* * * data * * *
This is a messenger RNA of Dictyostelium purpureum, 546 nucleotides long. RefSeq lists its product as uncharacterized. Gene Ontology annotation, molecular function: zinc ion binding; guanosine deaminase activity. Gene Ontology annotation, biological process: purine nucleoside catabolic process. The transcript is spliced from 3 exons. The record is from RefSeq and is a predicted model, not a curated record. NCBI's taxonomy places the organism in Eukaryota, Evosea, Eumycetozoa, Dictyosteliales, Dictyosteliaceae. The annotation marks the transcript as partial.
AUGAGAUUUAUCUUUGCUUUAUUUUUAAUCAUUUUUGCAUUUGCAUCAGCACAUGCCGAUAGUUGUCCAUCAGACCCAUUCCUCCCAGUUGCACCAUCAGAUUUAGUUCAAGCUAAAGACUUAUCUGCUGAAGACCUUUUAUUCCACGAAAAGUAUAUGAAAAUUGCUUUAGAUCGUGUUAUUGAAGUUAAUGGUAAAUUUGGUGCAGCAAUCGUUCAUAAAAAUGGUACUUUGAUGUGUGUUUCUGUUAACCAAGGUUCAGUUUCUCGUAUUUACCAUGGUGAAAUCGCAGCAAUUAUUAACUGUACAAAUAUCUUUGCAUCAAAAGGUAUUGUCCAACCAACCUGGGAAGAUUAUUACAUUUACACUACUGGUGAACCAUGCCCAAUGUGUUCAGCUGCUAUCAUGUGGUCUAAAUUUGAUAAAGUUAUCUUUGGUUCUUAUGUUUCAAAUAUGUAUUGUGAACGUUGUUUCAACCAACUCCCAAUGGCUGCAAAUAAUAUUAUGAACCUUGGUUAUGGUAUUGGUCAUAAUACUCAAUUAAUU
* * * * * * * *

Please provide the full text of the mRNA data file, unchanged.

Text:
This is a messenger RNA of Dictyostelium purpureum, 546 nucleotides long. RefSeq lists its product as uncharacterized. Gene Ontology annotation, molecular function: zinc ion binding; guanosine deaminase activity. Gene Ontology annotation, biological process: purine nucleoside catabolic process. The transcript is spliced from 3 exons. The record is from RefSeq and is a predicted model, not a curated record. NCBI's taxonomy places the organism in Eukaryota, Evosea, Eumycetozoa, Dictyosteliales, Dictyosteliaceae. The annotation marks the transcript as partial.
AUGAGAUUUAUCUUUGCUUUAUUUUUAAUCAUUUUUGCAUUUGCAUCAGCACAUGCCGAUAGUUGUCCAUCAGACCCAUUCCUCCCAGUUGCACCAUCAGAUUUAGUUCAAGCUAAAGACUUAUCUGCUGAAGACCUUUUAUUCCACGAAAAGUAUAUGAAAAUUGCUUUAGAUCGUGUUAUUGAAGUUAAUGGUAAAUUUGGUGCAGCAAUCGUUCAUAAAAAUGGUACUUUGAUGUGUGUUUCUGUUAACCAAGGUUCAGUUUCUCGUAUUUACCAUGGUGAAAUCGCAGCAAUUAUUAACUGUACAAAUAUCUUUGCAUCAAAAGGUAUUGUCCAACCAACCUGGGAAGAUUAUUACAUUUACACUACUGGUGAACCAUGCCCAAUGUGUUCAGCUGCUAUCAUGUGGUCUAAAUUUGAUAAAGUUAUCUUUGGUUCUUAUGUUUCAAAUAUGUAUUGUGAACGUUGUUUCAACCAACUCCCAAUGGCUGCAAAUAAUAUUAUGAACCUUGGUUAUGGUAUUGGUCAUAAUACUCAAUUAAUU